With all these things in mind, a passage from the prophet Ezekiel seems proper to close with. It goes to the very heart of our urgency in seeing souls saved and declares without a doubt the eternal importance of salvation now in this mortal life.

“ But if the watchman see the sword come, and blow not the trumpet, and the people be not warned; if the sword come, and take any person from among them, he is taken away in his iniquity; but his blood will I require at the watchman’s hand. So thou, O son of man, I have set thee a watchman unto the house of Israel; therefore thou shalt hear the word at my mouth, and warn them from me. When I say unto the wicked, O wicked man, thou shalt surely die; if thou dost not speak to warn the wicked from his way, that wicked man shall die in his iniquity; but his blood will I require at thine hand. Nevertheless, if thou warn the wicked of his way to turn from it; if he do not turn from his way, he shall die in his iniquity; but thou hast delivered thy soul.” (Eze 33:6-9 AV)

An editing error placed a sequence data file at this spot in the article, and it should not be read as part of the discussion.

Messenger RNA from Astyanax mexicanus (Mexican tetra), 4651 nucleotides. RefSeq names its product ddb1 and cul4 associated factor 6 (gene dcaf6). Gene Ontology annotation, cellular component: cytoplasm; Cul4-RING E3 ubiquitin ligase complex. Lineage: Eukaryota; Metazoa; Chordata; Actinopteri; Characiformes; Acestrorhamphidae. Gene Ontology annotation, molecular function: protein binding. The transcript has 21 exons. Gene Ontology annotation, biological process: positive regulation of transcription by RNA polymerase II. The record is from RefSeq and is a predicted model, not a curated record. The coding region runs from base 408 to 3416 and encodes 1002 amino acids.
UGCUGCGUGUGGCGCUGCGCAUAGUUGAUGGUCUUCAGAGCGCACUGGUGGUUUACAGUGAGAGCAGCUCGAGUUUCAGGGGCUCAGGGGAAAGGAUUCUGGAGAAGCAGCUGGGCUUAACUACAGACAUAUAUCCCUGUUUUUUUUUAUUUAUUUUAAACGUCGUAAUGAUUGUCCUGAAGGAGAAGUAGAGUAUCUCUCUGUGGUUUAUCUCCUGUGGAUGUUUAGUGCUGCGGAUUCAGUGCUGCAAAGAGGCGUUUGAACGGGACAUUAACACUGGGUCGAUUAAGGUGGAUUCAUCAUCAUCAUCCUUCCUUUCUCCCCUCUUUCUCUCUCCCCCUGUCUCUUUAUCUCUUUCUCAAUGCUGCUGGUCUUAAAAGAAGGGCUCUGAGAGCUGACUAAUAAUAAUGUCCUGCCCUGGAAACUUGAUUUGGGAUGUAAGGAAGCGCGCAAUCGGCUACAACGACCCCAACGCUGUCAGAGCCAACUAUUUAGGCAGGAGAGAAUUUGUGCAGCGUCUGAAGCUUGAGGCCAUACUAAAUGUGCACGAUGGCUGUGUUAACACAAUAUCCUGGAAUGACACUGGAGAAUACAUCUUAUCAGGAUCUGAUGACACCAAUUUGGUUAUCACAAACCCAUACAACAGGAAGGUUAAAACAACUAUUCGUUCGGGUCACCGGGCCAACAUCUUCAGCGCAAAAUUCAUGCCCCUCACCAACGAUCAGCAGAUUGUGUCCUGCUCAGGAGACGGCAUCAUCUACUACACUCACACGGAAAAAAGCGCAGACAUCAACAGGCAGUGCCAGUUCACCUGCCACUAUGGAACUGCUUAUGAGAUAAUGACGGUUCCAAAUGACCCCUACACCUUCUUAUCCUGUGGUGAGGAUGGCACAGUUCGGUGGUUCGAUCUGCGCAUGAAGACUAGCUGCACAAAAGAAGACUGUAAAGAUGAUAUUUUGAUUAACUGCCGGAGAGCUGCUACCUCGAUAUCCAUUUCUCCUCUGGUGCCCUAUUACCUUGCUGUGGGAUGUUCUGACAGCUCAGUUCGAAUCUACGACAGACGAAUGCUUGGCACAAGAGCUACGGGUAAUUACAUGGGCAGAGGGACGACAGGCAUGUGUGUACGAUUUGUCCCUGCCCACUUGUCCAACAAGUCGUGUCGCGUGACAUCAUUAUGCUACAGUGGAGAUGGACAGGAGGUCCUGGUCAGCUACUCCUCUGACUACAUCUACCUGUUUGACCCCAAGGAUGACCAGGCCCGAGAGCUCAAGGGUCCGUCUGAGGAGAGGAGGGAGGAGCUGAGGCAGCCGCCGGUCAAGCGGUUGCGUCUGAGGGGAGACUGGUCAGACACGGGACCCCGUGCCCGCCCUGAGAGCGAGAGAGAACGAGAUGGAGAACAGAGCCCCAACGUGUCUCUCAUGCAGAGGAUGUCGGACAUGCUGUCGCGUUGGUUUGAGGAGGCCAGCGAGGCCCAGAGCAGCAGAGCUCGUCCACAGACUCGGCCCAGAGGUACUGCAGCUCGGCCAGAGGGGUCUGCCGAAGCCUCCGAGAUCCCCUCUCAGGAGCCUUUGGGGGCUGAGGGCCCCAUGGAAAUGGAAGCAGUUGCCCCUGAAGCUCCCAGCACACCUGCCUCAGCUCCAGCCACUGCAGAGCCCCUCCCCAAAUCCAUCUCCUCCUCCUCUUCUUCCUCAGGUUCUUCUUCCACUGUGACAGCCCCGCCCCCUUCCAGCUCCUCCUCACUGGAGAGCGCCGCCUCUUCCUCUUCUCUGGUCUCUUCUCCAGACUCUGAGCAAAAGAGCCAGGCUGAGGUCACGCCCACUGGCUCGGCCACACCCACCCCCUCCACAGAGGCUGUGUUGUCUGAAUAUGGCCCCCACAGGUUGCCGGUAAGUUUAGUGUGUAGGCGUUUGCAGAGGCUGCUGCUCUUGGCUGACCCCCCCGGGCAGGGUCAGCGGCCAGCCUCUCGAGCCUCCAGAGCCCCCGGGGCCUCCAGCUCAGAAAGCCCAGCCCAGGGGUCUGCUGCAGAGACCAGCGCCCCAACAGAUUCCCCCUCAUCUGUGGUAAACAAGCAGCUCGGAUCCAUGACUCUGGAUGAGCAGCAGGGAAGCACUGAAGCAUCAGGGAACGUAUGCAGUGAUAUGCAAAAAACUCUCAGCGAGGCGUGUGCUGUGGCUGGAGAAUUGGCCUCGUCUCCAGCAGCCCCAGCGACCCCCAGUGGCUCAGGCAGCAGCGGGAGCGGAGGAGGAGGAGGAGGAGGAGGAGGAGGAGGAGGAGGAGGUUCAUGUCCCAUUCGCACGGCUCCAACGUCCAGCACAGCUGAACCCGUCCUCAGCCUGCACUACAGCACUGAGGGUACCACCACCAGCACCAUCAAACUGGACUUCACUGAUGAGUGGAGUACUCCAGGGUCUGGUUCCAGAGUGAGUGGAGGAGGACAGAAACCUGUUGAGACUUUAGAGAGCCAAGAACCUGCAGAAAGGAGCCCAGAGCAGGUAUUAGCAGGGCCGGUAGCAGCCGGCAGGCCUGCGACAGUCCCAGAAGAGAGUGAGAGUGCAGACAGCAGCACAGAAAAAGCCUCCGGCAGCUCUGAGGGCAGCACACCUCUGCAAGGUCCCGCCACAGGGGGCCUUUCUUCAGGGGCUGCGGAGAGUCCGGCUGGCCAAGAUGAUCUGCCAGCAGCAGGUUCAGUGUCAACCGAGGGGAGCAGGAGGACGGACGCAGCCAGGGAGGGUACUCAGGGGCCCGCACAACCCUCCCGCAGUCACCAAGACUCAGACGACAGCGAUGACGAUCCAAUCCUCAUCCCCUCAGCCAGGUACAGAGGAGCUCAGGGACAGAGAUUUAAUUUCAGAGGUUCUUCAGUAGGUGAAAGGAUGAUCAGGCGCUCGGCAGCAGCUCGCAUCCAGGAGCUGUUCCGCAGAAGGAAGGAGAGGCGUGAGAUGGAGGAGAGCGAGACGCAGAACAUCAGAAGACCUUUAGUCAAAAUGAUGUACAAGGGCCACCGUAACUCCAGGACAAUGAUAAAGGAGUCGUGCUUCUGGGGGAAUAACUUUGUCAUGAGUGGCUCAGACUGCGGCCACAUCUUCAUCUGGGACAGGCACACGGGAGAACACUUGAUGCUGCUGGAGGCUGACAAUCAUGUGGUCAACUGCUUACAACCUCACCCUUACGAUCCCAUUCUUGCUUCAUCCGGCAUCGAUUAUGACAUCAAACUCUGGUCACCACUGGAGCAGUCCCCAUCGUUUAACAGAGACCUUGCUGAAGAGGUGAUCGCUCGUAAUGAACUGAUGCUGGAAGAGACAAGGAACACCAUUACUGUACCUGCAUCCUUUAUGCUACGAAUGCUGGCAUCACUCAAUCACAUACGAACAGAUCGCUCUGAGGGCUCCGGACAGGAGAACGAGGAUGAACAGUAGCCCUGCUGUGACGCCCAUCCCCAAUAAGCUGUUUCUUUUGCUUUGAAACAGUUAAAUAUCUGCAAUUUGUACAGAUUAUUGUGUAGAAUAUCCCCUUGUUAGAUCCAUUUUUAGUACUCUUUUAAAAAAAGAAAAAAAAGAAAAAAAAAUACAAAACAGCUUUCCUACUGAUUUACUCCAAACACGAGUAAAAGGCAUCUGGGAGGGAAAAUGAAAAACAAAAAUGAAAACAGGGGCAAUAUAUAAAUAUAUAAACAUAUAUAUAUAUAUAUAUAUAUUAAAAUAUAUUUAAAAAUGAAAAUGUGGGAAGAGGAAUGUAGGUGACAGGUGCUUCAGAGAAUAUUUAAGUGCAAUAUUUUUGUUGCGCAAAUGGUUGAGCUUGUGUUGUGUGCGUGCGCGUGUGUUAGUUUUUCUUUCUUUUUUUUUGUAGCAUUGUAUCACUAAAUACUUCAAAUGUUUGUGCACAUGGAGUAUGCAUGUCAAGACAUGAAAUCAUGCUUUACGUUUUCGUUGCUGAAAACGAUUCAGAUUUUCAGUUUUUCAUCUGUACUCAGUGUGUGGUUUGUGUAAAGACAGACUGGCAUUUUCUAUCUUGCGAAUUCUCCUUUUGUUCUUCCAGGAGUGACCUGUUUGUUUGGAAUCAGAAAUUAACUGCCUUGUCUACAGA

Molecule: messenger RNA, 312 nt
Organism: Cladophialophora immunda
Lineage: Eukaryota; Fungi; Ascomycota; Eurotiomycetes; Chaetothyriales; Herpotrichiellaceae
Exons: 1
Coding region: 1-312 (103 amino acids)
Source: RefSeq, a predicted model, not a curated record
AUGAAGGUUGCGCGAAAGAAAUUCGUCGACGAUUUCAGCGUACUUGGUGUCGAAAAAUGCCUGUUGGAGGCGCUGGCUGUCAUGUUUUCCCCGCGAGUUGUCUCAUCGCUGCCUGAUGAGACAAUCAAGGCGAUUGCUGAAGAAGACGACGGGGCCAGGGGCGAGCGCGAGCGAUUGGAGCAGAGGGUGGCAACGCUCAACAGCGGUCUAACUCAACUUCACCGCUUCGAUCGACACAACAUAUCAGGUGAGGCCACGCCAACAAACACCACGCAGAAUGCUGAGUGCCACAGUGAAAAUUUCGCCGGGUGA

Tuesday, March 22, 2011

Redefining Orthodoxy in the Postmodern Church